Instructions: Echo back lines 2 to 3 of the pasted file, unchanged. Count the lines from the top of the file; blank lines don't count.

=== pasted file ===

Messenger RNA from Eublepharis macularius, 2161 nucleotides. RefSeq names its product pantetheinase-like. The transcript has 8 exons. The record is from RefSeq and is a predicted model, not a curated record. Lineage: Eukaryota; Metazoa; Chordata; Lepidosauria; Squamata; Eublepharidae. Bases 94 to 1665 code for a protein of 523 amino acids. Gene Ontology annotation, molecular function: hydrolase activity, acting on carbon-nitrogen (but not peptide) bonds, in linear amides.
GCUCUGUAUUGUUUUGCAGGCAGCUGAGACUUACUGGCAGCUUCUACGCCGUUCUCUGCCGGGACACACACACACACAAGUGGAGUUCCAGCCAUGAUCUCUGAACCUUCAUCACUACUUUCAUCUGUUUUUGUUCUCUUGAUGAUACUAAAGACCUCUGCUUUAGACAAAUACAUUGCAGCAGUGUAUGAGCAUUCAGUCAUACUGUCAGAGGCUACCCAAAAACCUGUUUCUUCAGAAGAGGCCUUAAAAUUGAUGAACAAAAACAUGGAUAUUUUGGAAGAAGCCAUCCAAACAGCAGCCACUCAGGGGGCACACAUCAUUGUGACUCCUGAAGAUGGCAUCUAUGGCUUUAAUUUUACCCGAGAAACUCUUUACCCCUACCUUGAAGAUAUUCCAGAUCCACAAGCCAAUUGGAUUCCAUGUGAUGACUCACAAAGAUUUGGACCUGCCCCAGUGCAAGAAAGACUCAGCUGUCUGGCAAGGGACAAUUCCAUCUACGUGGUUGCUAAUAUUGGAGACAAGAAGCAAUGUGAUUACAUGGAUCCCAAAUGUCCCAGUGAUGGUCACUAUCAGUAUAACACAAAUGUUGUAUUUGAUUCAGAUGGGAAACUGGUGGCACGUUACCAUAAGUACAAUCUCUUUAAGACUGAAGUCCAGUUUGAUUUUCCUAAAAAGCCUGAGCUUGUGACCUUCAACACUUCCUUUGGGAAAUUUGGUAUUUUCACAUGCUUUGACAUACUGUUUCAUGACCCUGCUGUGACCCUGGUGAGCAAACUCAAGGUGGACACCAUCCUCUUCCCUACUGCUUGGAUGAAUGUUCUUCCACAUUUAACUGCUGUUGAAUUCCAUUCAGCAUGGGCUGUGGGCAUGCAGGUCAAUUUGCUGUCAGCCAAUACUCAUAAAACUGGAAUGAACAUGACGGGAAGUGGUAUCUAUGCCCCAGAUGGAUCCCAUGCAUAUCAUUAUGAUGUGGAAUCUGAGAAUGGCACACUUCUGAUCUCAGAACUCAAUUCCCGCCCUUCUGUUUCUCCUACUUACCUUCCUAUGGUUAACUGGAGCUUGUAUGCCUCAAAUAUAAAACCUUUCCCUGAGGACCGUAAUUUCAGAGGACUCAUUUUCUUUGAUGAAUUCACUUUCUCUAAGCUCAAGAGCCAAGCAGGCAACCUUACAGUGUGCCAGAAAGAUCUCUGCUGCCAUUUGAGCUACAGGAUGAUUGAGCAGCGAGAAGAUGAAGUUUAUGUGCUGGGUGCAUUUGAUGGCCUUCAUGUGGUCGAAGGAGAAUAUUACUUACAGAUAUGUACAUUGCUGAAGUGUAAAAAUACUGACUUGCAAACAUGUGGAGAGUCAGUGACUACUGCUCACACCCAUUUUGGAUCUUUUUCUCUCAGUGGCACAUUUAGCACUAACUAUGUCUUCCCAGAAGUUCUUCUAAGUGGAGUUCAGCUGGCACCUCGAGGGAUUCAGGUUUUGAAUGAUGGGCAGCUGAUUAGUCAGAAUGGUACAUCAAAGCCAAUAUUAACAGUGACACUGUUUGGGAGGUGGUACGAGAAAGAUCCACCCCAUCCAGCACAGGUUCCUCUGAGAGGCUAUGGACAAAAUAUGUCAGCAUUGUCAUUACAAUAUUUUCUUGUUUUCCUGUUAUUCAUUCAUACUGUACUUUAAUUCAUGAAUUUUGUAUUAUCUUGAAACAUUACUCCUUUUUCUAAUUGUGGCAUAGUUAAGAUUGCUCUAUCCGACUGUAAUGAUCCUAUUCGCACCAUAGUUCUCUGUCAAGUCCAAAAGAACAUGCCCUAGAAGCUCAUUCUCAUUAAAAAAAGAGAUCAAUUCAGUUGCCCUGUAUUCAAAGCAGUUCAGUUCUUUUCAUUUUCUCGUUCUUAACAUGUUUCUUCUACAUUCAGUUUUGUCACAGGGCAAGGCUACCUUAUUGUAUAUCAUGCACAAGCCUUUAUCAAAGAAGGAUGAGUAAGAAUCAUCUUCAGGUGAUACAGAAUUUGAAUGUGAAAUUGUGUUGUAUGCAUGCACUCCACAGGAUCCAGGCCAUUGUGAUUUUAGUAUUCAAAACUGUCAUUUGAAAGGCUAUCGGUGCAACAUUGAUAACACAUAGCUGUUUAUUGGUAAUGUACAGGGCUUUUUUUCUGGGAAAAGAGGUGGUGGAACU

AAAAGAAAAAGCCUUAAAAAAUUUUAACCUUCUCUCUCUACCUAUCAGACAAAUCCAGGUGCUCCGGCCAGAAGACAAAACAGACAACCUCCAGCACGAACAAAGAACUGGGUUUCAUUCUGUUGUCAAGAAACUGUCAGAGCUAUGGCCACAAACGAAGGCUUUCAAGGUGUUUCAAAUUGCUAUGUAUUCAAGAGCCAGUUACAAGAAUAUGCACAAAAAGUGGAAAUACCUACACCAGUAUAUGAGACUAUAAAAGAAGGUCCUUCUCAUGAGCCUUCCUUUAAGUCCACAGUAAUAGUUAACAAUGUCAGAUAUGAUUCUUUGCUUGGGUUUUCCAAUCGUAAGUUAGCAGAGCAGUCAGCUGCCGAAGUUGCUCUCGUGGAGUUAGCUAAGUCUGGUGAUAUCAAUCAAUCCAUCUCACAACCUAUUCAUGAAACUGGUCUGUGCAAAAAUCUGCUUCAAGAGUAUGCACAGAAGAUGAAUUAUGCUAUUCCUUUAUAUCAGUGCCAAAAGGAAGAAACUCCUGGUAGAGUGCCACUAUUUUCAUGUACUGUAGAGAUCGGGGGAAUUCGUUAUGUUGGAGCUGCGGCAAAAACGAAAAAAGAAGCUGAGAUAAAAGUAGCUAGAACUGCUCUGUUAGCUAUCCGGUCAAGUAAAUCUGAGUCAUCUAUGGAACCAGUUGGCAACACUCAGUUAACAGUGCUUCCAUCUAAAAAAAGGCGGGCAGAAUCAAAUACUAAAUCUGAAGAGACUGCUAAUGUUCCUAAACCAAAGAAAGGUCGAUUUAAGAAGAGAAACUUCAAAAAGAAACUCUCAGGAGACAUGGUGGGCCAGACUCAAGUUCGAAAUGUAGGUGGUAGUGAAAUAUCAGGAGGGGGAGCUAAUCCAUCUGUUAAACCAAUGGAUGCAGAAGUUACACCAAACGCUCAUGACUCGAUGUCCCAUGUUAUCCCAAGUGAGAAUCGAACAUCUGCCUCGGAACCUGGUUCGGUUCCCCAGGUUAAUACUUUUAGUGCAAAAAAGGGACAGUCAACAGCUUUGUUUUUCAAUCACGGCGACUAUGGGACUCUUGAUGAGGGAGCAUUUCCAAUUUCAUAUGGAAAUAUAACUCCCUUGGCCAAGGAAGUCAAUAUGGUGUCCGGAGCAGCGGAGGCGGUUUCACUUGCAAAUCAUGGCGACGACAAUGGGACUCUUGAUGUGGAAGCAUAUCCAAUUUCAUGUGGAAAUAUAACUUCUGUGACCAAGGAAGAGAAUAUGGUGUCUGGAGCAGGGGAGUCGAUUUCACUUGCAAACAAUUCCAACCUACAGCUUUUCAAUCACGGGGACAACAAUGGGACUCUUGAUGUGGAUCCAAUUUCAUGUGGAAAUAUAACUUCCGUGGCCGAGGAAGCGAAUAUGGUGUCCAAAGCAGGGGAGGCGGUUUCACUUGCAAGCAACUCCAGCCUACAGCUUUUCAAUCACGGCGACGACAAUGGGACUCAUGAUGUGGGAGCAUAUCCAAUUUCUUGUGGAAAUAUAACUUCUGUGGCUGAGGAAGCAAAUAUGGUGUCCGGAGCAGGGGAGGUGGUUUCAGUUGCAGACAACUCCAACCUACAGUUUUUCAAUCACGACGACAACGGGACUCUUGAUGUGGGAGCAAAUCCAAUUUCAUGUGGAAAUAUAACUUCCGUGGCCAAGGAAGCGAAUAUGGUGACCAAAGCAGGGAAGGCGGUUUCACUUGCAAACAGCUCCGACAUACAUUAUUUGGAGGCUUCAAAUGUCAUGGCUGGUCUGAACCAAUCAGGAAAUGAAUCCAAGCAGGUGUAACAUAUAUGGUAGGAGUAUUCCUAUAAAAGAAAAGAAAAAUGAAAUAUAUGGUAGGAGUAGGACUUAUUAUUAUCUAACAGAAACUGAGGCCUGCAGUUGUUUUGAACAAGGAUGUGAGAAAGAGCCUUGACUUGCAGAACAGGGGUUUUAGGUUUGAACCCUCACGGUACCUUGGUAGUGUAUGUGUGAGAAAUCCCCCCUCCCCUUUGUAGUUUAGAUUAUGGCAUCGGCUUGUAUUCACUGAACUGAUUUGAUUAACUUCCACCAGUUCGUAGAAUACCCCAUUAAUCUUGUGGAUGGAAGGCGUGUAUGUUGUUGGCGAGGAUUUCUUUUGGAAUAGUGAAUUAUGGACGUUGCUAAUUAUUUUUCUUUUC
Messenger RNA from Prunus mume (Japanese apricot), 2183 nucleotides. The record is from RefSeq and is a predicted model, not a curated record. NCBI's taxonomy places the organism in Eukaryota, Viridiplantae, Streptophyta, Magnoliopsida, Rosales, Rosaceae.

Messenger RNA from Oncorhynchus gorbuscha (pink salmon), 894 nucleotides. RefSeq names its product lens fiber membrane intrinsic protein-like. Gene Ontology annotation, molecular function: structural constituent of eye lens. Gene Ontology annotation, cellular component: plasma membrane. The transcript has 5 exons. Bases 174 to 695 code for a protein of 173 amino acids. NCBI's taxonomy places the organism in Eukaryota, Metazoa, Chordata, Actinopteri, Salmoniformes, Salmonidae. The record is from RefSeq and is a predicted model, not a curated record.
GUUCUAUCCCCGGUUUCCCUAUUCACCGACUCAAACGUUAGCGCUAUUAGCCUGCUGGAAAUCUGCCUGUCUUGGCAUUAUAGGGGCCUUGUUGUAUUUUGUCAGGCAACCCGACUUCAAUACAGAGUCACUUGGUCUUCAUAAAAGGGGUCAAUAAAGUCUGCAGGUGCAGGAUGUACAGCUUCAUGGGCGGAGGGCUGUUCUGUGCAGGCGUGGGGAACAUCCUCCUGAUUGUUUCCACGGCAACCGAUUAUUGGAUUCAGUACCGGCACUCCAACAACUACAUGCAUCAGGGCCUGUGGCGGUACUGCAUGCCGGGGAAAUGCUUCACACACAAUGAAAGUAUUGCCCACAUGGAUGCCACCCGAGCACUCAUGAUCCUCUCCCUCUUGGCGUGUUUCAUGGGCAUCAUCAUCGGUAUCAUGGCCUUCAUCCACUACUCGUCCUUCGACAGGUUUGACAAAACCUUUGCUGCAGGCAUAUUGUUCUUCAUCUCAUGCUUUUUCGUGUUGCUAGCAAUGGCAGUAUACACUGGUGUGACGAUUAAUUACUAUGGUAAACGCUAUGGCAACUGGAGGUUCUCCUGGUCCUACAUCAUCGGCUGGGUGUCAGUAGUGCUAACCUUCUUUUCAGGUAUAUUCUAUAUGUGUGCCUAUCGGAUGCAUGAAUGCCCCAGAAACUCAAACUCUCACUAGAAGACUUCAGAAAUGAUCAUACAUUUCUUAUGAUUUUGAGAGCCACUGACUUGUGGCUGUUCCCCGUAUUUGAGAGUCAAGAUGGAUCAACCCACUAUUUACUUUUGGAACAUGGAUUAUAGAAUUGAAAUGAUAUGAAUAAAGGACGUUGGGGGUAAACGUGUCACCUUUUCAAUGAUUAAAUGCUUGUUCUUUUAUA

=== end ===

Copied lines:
GCUCUGUAUUGUUUUGCAGGCAGCUGAGACUUACUGGCAGCUUCUACGCCGUUCUCUGCCGGGACACACACACACACAAGUGGAGUUCCAGCCAUGAUCUCUGAACCUUCAUCACUACUUUCAUCUGUUUUUGUUCUCUUGAUGAUACUAAAGACCUCUGCUUUAGACAAAUACAUUGCAGCAGUGUAUGAGCAUUCAGUCAUACUGUCAGAGGCUACCCAAAAACCUGUUUCUUCAGAAGAGGCCUUAAAAUUGAUGAACAAAAACAUGGAUAUUUUGGAAGAAGCCAUCCAAACAGCAGCCACUCAGGGGGCACACAUCAUUGUGACUCCUGAAGAUGGCAUCUAUGGCUUUAAUUUUACCCGAGAAACUCUUUACCCCUACCUUGAAGAUAUUCCAGAUCCACAAGCCAAUUGGAUUCCAUGUGAUGACUCACAAAGAUUUGGACCUGCCCCAGUGCAAGAAAGACUCAGCUGUCUGGCAAGGGACAAUUCCAUCUACGUGGUUGCUAAUAUUGGAGACAAGAAGCAAUGUGAUUACAUGGAUCCCAAAUGUCCCAGUGAUGGUCACUAUCAGUAUAACACAAAUGUUGUAUUUGAUUCAGAUGGGAAACUGGUGGCACGUUACCAUAAGUACAAUCUCUUUAAGACUGAAGUCCAGUUUGAUUUUCCUAAAAAGCCUGAGCUUGUGACCUUCAACACUUCCUUUGGGAAAUUUGGUAUUUUCACAUGCUUUGACAUACUGUUUCAUGACCCUGCUGUGACCCUGGUGAGCAAACUCAAGGUGGACACCAUCCUCUUCCCUACUGCUUGGAUGAAUGUUCUUCCACAUUUAACUGCUGUUGAAUUCCAUUCAGCAUGGGCUGUGGGCAUGCAGGUCAAUUUGCUGUCAGCCAAUACUCAUAAAACUGGAAUGAACAUGACGGGAAGUGGUAUCUAUGCCCCAGAUGGAUCCCAUGCAUAUCAUUAUGAUGUGGAAUCUGAGAAUGGCACACUUCUGAUCUCAGAACUCAAUUCCCGCCCUUCUGUUUCUCCUACUUACCUUCCUAUGGUUAACUGGAGCUUGUAUGCCUCAAAUAUAAAACCUUUCCCUGAGGACCGUAAUUUCAGAGGACUCAUUUUCUUUGAUGAAUUCACUUUCUCUAAGCUCAAGAGCCAAGCAGGCAACCUUACAGUGUGCCAGAAAGAUCUCUGCUGCCAUUUGAGCUACAGGAUGAUUGAGCAGCGAGAAGAUGAAGUUUAUGUGCUGGGUGCAUUUGAUGGCCUUCAUGUGGUCGAAGGAGAAUAUUACUUACAGAUAUGUACAUUGCUGAAGUGUAAAAAUACUGACUUGCAAACAUGUGGAGAGUCAGUGACUACUGCUCACACCCAUUUUGGAUCUUUUUCUCUCAGUGGCACAUUUAGCACUAACUAUGUCUUCCCAGAAGUUCUUCUAAGUGGAGUUCAGCUGGCACCUCGAGGGAUUCAGGUUUUGAAUGAUGGGCAGCUGAUUAGUCAGAAUGGUACAUCAAAGCCAAUAUUAACAGUGACACUGUUUGGGAGGUGGUACGAGAAAGAUCCACCCCAUCCAGCACAGGUUCCUCUGAGAGGCUAUGGACAAAAUAUGUCAGCAUUGUCAUUACAAUAUUUUCUUGUUUUCCUGUUAUUCAUUCAUACUGUACUUUAAUUCAUGAAUUUUGUAUUAUCUUGAAACAUUACUCCUUUUUCUAAUUGUGGCAUAGUUAAGAUUGCUCUAUCCGACUGUAAUGAUCCUAUUCGCACCAUAGUUCUCUGUCAAGUCCAAAAGAACAUGCCCUAGAAGCUCAUUCUCAUUAAAAAAAGAGAUCAAUUCAGUUGCCCUGUAUUCAAAGCAGUUCAGUUCUUUUCAUUUUCUCGUUCUUAACAUGUUUCUUCUACAUUCAGUUUUGUCACAGGGCAAGGCUACCUUAUUGUAUAUCAUGCACAAGCCUUUAUCAAAGAAGGAUGAGUAAGAAUCAUCUUCAGGUGAUACAGAAUUUGAAUGUGAAAUUGUGUUGUAUGCAUGCACUCCACAGGAUCCAGGCCAUUGUGAUUUUAGUAUUCAAAACUGUCAUUUGAAAGGCUAUCGGUGCAACAUUGAUAACACAUAGCUGUUUAUUGGUAAUGUACAGGGCUUUUUUUCUGGGAAAAGAGGUGGUGGAACU

AAAAGAAAAAGCCUUAAAAAAUUUUAACCUUCUCUCUCUACCUAUCAGACAAAUCCAGGUGCUCCGGCCAGAAGACAAAACAGACAACCUCCAGCACGAACAAAGAACUGGGUUUCAUUCUGUUGUCAAGAAACUGUCAGAGCUAUGGCCACAAACGAAGGCUUUCAAGGUGUUUCAAAUUGCUAUGUAUUCAAGAGCCAGUUACAAGAAUAUGCACAAAAAGUGGAAAUACCUACACCAGUAUAUGAGACUAUAAAAGAAGGUCCUUCUCAUGAGCCUUCCUUUAAGUCCACAGUAAUAGUUAACAAUGUCAGAUAUGAUUCUUUGCUUGGGUUUUCCAAUCGUAAGUUAGCAGAGCAGUCAGCUGCCGAAGUUGCUCUCGUGGAGUUAGCUAAGUCUGGUGAUAUCAAUCAAUCCAUCUCACAACCUAUUCAUGAAACUGGUCUGUGCAAAAAUCUGCUUCAAGAGUAUGCACAGAAGAUGAAUUAUGCUAUUCCUUUAUAUCAGUGCCAAAAGGAAGAAACUCCUGGUAGAGUGCCACUAUUUUCAUGUACUGUAGAGAUCGGGGGAAUUCGUUAUGUUGGAGCUGCGGCAAAAACGAAAAAAGAAGCUGAGAUAAAAGUAGCUAGAACUGCUCUGUUAGCUAUCCGGUCAAGUAAAUCUGAGUCAUCUAUGGAACCAGUUGGCAACACUCAGUUAACAGUGCUUCCAUCUAAAAAAAGGCGGGCAGAAUCAAAUACUAAAUCUGAAGAGACUGCUAAUGUUCCUAAACCAAAGAAAGGUCGAUUUAAGAAGAGAAACUUCAAAAAGAAACUCUCAGGAGACAUGGUGGGCCAGACUCAAGUUCGAAAUGUAGGUGGUAGUGAAAUAUCAGGAGGGGGAGCUAAUCCAUCUGUUAAACCAAUGGAUGCAGAAGUUACACCAAACGCUCAUGACUCGAUGUCCCAUGUUAUCCCAAGUGAGAAUCGAACAUCUGCCUCGGAACCUGGUUCGGUUCCCCAGGUUAAUACUUUUAGUGCAAAAAAGGGACAGUCAACAGCUUUGUUUUUCAAUCACGGCGACUAUGGGACUCUUGAUGAGGGAGCAUUUCCAAUUUCAUAUGGAAAUAUAACUCCCUUGGCCAAGGAAGUCAAUAUGGUGUCCGGAGCAGCGGAGGCGGUUUCACUUGCAAAUCAUGGCGACGACAAUGGGACUCUUGAUGUGGAAGCAUAUCCAAUUUCAUGUGGAAAUAUAACUUCUGUGACCAAGGAAGAGAAUAUGGUGUCUGGAGCAGGGGAGUCGAUUUCACUUGCAAACAAUUCCAACCUACAGCUUUUCAAUCACGGGGACAACAAUGGGACUCUUGAUGUGGAUCCAAUUUCAUGUGGAAAUAUAACUUCCGUGGCCGAGGAAGCGAAUAUGGUGUCCAAAGCAGGGGAGGCGGUUUCACUUGCAAGCAACUCCAGCCUACAGCUUUUCAAUCACGGCGACGACAAUGGGACUCAUGAUGUGGGAGCAUAUCCAAUUUCUUGUGGAAAUAUAACUUCUGUGGCUGAGGAAGCAAAUAUGGUGUCCGGAGCAGGGGAGGUGGUUUCAGUUGCAGACAACUCCAACCUACAGUUUUUCAAUCACGACGACAACGGGACUCUUGAUGUGGGAGCAAAUCCAAUUUCAUGUGGAAAUAUAACUUCCGUGGCCAAGGAAGCGAAUAUGGUGACCAAAGCAGGGAAGGCGGUUUCACUUGCAAACAGCUCCGACAUACAUUAUUUGGAGGCUUCAAAUGUCAUGGCUGGUCUGAACCAAUCAGGAAAUGAAUCCAAGCAGGUGUAACAUAUAUGGUAGGAGUAUUCCUAUAAAAGAAAAGAAAAAUGAAAUAUAUGGUAGGAGUAGGACUUAUUAUUAUCUAACAGAAACUGAGGCCUGCAGUUGUUUUGAACAAGGAUGUGAGAAAGAGCCUUGACUUGCAGAACAGGGGUUUUAGGUUUGAACCCUCACGGUACCUUGGUAGUGUAUGUGUGAGAAAUCCCCCCUCCCCUUUGUAGUUUAGAUUAUGGCAUCGGCUUGUAUUCACUGAACUGAUUUGAUUAACUUCCACCAGUUCGUAGAAUACCCCAUUAAUCUUGUGGAUGGAAGGCGUGUAUGUUGUUGGCGAGGAUUUCUUUUGGAAUAGUGAAUUAUGGACGUUGCUAAUUAUUUUUCUUUUC